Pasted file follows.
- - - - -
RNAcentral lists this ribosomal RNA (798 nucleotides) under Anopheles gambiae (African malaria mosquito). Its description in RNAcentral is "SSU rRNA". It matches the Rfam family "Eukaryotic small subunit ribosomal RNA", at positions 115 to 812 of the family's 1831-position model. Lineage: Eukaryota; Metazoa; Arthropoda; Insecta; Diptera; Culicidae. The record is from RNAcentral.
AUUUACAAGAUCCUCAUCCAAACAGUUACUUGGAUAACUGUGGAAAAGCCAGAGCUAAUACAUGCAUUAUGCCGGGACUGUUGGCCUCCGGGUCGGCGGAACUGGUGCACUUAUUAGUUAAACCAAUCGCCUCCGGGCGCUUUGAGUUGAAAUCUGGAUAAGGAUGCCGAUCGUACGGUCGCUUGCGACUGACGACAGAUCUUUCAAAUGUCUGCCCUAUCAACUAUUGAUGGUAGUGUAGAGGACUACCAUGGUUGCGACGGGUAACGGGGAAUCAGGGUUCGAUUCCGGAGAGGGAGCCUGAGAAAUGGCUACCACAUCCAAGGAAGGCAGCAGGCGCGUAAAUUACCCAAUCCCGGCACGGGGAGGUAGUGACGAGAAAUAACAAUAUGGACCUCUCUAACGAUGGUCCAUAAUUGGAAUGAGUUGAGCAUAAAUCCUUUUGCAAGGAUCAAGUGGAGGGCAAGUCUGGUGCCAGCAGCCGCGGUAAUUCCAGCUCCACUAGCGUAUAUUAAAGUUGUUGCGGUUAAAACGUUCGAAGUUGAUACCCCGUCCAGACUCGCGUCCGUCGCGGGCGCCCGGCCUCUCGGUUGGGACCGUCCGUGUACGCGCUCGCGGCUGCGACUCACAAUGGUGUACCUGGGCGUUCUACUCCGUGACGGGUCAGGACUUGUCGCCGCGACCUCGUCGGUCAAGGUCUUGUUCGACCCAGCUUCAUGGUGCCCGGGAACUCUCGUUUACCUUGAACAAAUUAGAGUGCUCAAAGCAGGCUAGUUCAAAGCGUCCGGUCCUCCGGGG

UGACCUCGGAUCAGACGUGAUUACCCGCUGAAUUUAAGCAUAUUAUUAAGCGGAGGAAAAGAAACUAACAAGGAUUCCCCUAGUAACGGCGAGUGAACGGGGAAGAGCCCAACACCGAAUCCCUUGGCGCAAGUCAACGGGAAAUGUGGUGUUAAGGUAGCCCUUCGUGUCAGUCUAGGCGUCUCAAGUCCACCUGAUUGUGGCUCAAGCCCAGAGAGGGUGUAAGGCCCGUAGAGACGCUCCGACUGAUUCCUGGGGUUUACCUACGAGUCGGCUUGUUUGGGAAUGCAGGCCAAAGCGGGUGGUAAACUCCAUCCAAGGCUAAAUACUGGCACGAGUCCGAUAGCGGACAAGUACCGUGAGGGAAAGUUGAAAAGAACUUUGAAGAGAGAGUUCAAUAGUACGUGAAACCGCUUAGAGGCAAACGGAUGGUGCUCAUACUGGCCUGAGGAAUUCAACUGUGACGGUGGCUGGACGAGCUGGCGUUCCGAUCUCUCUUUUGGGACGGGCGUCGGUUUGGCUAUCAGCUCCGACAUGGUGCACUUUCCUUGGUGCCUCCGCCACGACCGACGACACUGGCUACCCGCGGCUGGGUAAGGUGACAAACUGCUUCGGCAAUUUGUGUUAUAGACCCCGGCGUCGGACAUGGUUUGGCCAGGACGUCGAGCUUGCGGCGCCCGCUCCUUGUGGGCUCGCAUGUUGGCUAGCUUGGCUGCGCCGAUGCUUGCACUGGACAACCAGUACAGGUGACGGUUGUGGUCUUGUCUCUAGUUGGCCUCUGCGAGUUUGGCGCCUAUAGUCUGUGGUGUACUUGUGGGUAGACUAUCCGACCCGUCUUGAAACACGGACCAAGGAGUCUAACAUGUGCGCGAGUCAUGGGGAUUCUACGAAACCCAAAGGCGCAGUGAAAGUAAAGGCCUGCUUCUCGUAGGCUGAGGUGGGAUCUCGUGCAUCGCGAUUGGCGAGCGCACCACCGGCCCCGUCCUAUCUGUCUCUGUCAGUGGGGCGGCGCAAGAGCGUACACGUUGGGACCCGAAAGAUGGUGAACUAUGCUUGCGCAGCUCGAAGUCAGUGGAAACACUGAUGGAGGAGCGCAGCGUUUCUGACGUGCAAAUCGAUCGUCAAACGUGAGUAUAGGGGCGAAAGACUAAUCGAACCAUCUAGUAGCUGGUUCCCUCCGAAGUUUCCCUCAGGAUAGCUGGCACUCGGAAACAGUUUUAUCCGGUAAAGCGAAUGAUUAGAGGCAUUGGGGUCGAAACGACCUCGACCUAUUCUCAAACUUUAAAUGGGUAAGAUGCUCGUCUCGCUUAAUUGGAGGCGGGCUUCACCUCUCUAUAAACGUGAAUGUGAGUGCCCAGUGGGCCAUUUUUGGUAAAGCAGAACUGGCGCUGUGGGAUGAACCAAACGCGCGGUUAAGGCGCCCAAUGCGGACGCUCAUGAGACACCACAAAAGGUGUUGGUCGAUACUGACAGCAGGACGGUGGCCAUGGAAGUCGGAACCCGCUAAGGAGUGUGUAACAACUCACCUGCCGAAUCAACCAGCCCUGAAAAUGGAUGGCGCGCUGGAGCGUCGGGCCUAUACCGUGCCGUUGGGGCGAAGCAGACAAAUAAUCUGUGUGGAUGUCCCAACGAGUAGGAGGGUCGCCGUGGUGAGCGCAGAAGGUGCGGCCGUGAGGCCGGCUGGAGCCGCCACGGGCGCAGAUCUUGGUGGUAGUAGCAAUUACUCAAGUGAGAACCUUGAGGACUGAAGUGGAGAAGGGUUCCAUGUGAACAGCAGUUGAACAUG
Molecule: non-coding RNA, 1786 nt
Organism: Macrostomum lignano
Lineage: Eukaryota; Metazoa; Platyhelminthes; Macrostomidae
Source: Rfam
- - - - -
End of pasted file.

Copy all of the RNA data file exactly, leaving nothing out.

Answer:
RNAcentral lists this ribosomal RNA (798 nucleotides) under Anopheles gambiae (African malaria mosquito). Its description in RNAcentral is "SSU rRNA". It matches the Rfam family "Eukaryotic small subunit ribosomal RNA", at positions 115 to 812 of the family's 1831-position model. Lineage: Eukaryota; Metazoa; Arthropoda; Insecta; Diptera; Culicidae. The record is from RNAcentral.
AUUUACAAGAUCCUCAUCCAAACAGUUACUUGGAUAACUGUGGAAAAGCCAGAGCUAAUACAUGCAUUAUGCCGGGACUGUUGGCCUCCGGGUCGGCGGAACUGGUGCACUUAUUAGUUAAACCAAUCGCCUCCGGGCGCUUUGAGUUGAAAUCUGGAUAAGGAUGCCGAUCGUACGGUCGCUUGCGACUGACGACAGAUCUUUCAAAUGUCUGCCCUAUCAACUAUUGAUGGUAGUGUAGAGGACUACCAUGGUUGCGACGGGUAACGGGGAAUCAGGGUUCGAUUCCGGAGAGGGAGCCUGAGAAAUGGCUACCACAUCCAAGGAAGGCAGCAGGCGCGUAAAUUACCCAAUCCCGGCACGGGGAGGUAGUGACGAGAAAUAACAAUAUGGACCUCUCUAACGAUGGUCCAUAAUUGGAAUGAGUUGAGCAUAAAUCCUUUUGCAAGGAUCAAGUGGAGGGCAAGUCUGGUGCCAGCAGCCGCGGUAAUUCCAGCUCCACUAGCGUAUAUUAAAGUUGUUGCGGUUAAAACGUUCGAAGUUGAUACCCCGUCCAGACUCGCGUCCGUCGCGGGCGCCCGGCCUCUCGGUUGGGACCGUCCGUGUACGCGCUCGCGGCUGCGACUCACAAUGGUGUACCUGGGCGUUCUACUCCGUGACGGGUCAGGACUUGUCGCCGCGACCUCGUCGGUCAAGGUCUUGUUCGACCCAGCUUCAUGGUGCCCGGGAACUCUCGUUUACCUUGAACAAAUUAGAGUGCUCAAAGCAGGCUAGUUCAAAGCGUCCGGUCCUCCGGGG

UGACCUCGGAUCAGACGUGAUUACCCGCUGAAUUUAAGCAUAUUAUUAAGCGGAGGAAAAGAAACUAACAAGGAUUCCCCUAGUAACGGCGAGUGAACGGGGAAGAGCCCAACACCGAAUCCCUUGGCGCAAGUCAACGGGAAAUGUGGUGUUAAGGUAGCCCUUCGUGUCAGUCUAGGCGUCUCAAGUCCACCUGAUUGUGGCUCAAGCCCAGAGAGGGUGUAAGGCCCGUAGAGACGCUCCGACUGAUUCCUGGGGUUUACCUACGAGUCGGCUUGUUUGGGAAUGCAGGCCAAAGCGGGUGGUAAACUCCAUCCAAGGCUAAAUACUGGCACGAGUCCGAUAGCGGACAAGUACCGUGAGGGAAAGUUGAAAAGAACUUUGAAGAGAGAGUUCAAUAGUACGUGAAACCGCUUAGAGGCAAACGGAUGGUGCUCAUACUGGCCUGAGGAAUUCAACUGUGACGGUGGCUGGACGAGCUGGCGUUCCGAUCUCUCUUUUGGGACGGGCGUCGGUUUGGCUAUCAGCUCCGACAUGGUGCACUUUCCUUGGUGCCUCCGCCACGACCGACGACACUGGCUACCCGCGGCUGGGUAAGGUGACAAACUGCUUCGGCAAUUUGUGUUAUAGACCCCGGCGUCGGACAUGGUUUGGCCAGGACGUCGAGCUUGCGGCGCCCGCUCCUUGUGGGCUCGCAUGUUGGCUAGCUUGGCUGCGCCGAUGCUUGCACUGGACAACCAGUACAGGUGACGGUUGUGGUCUUGUCUCUAGUUGGCCUCUGCGAGUUUGGCGCCUAUAGUCUGUGGUGUACUUGUGGGUAGACUAUCCGACCCGUCUUGAAACACGGACCAAGGAGUCUAACAUGUGCGCGAGUCAUGGGGAUUCUACGAAACCCAAAGGCGCAGUGAAAGUAAAGGCCUGCUUCUCGUAGGCUGAGGUGGGAUCUCGUGCAUCGCGAUUGGCGAGCGCACCACCGGCCCCGUCCUAUCUGUCUCUGUCAGUGGGGCGGCGCAAGAGCGUACACGUUGGGACCCGAAAGAUGGUGAACUAUGCUUGCGCAGCUCGAAGUCAGUGGAAACACUGAUGGAGGAGCGCAGCGUUUCUGACGUGCAAAUCGAUCGUCAAACGUGAGUAUAGGGGCGAAAGACUAAUCGAACCAUCUAGUAGCUGGUUCCCUCCGAAGUUUCCCUCAGGAUAGCUGGCACUCGGAAACAGUUUUAUCCGGUAAAGCGAAUGAUUAGAGGCAUUGGGGUCGAAACGACCUCGACCUAUUCUCAAACUUUAAAUGGGUAAGAUGCUCGUCUCGCUUAAUUGGAGGCGGGCUUCACCUCUCUAUAAACGUGAAUGUGAGUGCCCAGUGGGCCAUUUUUGGUAAAGCAGAACUGGCGCUGUGGGAUGAACCAAACGCGCGGUUAAGGCGCCCAAUGCGGACGCUCAUGAGACACCACAAAAGGUGUUGGUCGAUACUGACAGCAGGACGGUGGCCAUGGAAGUCGGAACCCGCUAAGGAGUGUGUAACAACUCACCUGCCGAAUCAACCAGCCCUGAAAAUGGAUGGCGCGCUGGAGCGUCGGGCCUAUACCGUGCCGUUGGGGCGAAGCAGACAAAUAAUCUGUGUGGAUGUCCCAACGAGUAGGAGGGUCGCCGUGGUGAGCGCAGAAGGUGCGGCCGUGAGGCCGGCUGGAGCCGCCACGGGCGCAGAUCUUGGUGGUAGUAGCAAUUACUCAAGUGAGAACCUUGAGGACUGAAGUGGAGAAGGGUUCCAUGUGAACAGCAGUUGAACAUG
Molecule: non-coding RNA, 1786 nt
Organism: Macrostomum lignano
Lineage: Eukaryota; Metazoa; Platyhelminthes; Macrostomidae
Source: Rfam